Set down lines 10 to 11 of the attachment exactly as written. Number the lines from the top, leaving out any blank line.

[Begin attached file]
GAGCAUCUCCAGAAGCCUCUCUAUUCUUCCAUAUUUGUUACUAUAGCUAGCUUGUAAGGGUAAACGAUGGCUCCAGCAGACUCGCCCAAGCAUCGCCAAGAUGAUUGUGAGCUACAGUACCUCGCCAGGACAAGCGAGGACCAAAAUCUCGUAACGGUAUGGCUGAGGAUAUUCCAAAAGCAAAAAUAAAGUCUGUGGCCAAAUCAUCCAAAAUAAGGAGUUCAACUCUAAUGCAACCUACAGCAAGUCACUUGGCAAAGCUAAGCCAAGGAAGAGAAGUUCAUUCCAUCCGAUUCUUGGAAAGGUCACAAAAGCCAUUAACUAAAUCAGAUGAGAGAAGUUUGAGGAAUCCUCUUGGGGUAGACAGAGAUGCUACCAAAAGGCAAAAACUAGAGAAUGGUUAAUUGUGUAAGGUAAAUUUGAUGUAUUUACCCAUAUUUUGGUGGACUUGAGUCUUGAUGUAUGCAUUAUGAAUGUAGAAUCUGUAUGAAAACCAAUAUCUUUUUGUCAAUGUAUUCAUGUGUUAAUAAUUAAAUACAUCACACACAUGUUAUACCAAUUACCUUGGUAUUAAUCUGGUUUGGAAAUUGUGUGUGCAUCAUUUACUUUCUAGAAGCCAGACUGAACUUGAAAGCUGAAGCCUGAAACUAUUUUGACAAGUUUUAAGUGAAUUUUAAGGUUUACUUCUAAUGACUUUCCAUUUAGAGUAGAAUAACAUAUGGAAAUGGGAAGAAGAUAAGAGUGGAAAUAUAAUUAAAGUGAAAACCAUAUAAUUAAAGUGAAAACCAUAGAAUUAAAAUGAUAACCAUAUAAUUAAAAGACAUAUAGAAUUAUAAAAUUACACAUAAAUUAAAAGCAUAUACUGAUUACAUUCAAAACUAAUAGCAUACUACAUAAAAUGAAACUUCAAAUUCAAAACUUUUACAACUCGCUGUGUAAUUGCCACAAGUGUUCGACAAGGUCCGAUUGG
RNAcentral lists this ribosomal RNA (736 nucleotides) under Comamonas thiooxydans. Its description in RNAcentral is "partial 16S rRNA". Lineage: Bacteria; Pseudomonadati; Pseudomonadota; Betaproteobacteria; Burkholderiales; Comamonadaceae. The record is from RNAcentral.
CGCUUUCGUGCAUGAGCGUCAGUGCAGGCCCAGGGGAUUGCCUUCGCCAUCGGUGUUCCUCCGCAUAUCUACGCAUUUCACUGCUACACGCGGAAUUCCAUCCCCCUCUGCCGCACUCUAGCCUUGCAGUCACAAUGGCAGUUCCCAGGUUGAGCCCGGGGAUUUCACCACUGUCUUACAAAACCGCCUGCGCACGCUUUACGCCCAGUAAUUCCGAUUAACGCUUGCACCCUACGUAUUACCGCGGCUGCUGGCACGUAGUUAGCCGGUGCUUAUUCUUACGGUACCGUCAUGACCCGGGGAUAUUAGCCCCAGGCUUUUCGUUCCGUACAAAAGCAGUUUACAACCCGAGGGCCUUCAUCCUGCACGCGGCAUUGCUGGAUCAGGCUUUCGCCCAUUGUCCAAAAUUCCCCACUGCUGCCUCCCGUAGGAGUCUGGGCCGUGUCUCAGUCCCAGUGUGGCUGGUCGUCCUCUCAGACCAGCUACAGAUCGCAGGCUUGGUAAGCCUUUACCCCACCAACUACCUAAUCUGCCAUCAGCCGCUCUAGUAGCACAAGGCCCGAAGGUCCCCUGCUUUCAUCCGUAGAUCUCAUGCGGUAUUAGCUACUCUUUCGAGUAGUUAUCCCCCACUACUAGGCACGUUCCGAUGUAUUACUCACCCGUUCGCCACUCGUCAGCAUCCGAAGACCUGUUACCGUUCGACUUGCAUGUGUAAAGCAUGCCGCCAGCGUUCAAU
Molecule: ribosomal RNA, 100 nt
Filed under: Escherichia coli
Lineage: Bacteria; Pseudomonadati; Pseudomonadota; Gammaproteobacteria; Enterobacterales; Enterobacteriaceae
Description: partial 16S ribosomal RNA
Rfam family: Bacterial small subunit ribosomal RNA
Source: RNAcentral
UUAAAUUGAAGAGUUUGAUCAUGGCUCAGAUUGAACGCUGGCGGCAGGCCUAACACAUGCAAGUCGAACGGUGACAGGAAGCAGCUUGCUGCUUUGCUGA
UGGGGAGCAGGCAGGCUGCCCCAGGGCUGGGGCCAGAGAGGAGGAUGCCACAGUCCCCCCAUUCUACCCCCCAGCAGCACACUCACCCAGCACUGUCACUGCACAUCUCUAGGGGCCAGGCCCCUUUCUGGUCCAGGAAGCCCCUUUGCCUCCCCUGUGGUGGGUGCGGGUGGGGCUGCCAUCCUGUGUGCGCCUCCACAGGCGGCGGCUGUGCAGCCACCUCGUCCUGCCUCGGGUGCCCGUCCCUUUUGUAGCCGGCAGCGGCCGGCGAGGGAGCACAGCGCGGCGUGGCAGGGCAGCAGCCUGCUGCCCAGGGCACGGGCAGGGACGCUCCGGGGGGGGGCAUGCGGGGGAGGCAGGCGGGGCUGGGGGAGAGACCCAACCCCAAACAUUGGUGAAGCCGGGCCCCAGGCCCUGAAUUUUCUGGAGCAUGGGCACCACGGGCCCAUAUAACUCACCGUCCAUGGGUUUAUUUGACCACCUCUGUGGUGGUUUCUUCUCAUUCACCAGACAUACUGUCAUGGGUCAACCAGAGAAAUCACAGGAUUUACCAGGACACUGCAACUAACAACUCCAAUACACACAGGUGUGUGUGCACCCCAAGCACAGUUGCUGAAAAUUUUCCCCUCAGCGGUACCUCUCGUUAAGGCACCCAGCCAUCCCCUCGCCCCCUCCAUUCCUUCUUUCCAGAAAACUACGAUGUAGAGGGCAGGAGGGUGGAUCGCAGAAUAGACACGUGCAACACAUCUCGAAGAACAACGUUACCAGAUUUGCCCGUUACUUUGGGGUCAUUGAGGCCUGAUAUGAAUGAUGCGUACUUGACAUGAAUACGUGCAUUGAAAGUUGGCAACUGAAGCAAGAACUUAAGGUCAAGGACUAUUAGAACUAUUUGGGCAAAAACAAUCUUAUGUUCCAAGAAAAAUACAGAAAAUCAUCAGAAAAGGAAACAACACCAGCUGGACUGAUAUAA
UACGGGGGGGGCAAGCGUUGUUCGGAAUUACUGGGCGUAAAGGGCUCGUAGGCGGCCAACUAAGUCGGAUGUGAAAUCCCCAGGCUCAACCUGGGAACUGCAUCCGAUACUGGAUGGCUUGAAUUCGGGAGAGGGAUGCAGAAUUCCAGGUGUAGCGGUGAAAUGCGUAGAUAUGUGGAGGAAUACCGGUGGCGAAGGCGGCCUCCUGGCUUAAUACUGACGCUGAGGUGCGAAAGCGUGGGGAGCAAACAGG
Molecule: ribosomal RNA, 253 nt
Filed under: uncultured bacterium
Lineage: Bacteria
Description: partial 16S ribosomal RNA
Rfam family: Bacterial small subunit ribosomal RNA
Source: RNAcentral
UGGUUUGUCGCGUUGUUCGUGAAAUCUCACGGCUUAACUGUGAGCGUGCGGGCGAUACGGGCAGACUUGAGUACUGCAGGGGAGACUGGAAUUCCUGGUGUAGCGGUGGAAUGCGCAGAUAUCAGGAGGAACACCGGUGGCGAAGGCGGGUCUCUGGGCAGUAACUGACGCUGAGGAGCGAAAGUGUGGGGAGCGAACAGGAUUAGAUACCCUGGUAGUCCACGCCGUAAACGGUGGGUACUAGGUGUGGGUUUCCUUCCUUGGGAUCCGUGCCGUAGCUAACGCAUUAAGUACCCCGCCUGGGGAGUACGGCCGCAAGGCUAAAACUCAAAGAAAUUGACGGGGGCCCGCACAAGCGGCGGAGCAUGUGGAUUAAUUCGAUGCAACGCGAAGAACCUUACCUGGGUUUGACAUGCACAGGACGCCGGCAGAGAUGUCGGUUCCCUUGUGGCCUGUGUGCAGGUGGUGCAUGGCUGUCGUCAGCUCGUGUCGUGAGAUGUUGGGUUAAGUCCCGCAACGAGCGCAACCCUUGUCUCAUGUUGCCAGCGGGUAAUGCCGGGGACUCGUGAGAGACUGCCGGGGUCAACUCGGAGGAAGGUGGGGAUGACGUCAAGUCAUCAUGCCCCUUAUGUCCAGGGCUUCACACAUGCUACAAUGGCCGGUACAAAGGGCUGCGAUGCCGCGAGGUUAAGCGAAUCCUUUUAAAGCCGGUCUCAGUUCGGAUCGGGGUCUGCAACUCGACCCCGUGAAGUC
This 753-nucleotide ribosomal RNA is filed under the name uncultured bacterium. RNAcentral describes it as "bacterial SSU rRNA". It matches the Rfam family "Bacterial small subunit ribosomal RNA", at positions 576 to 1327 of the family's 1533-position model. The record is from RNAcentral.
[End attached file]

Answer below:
UUAAAUUGAAGAGUUUGAUCAUGGCUCAGAUUGAACGCUGGCGGCAGGCCUAACACAUGCAAGUCGAACGGUGACAGGAAGCAGCUUGCUGCUUUGCUGA
UGGGGAGCAGGCAGGCUGCCCCAGGGCUGGGGCCAGAGAGGAGGAUGCCACAGUCCCCCCAUUCUACCCCCCAGCAGCACACUCACCCAGCACUGUCACUGCACAUCUCUAGGGGCCAGGCCCCUUUCUGGUCCAGGAAGCCCCUUUGCCUCCCCUGUGGUGGGUGCGGGUGGGGCUGCCAUCCUGUGUGCGCCUCCACAGGCGGCGGCUGUGCAGCCACCUCGUCCUGCCUCGGGUGCCCGUCCCUUUUGUAGCCGGCAGCGGCCGGCGAGGGAGCACAGCGCGGCGUGGCAGGGCAGCAGCCUGCUGCCCAGGGCACGGGCAGGGACGCUCCGGGGGGGGGCAUGCGGGGGAGGCAGGCGGGGCUGGGGGAGAGACCCAACCCCAAACAUUGGUGAAGCCGGGCCCCAGGCCCUGAAUUUUCUGGAGCAUGGGCACCACGGGCCCAUAUAACUCACCGUCCAUGGGUUUAUUUGACCACCUCUGUGGUGGUUUCUUCUCAUUCACCAGACAUACUGUCAUGGGUCAACCAGAGAAAUCACAGGAUUUACCAGGACACUGCAACUAACAACUCCAAUACACACAGGUGUGUGUGCACCCCAAGCACAGUUGCUGAAAAUUUUCCCCUCAGCGGUACCUCUCGUUAAGGCACCCAGCCAUCCCCUCGCCCCCUCCAUUCCUUCUUUCCAGAAAACUACGAUGUAGAGGGCAGGAGGGUGGAUCGCAGAAUAGACACGUGCAACACAUCUCGAAGAACAACGUUACCAGAUUUGCCCGUUACUUUGGGGUCAUUGAGGCCUGAUAUGAAUGAUGCGUACUUGACAUGAAUACGUGCAUUGAAAGUUGGCAACUGAAGCAAGAACUUAAGGUCAAGGACUAUUAGAACUAUUUGGGCAAAAACAAUCUUAUGUUCCAAGAAAAAUACAGAAAAUCAUCAGAAAAGGAAACAACACCAGCUGGACUGAUAUAA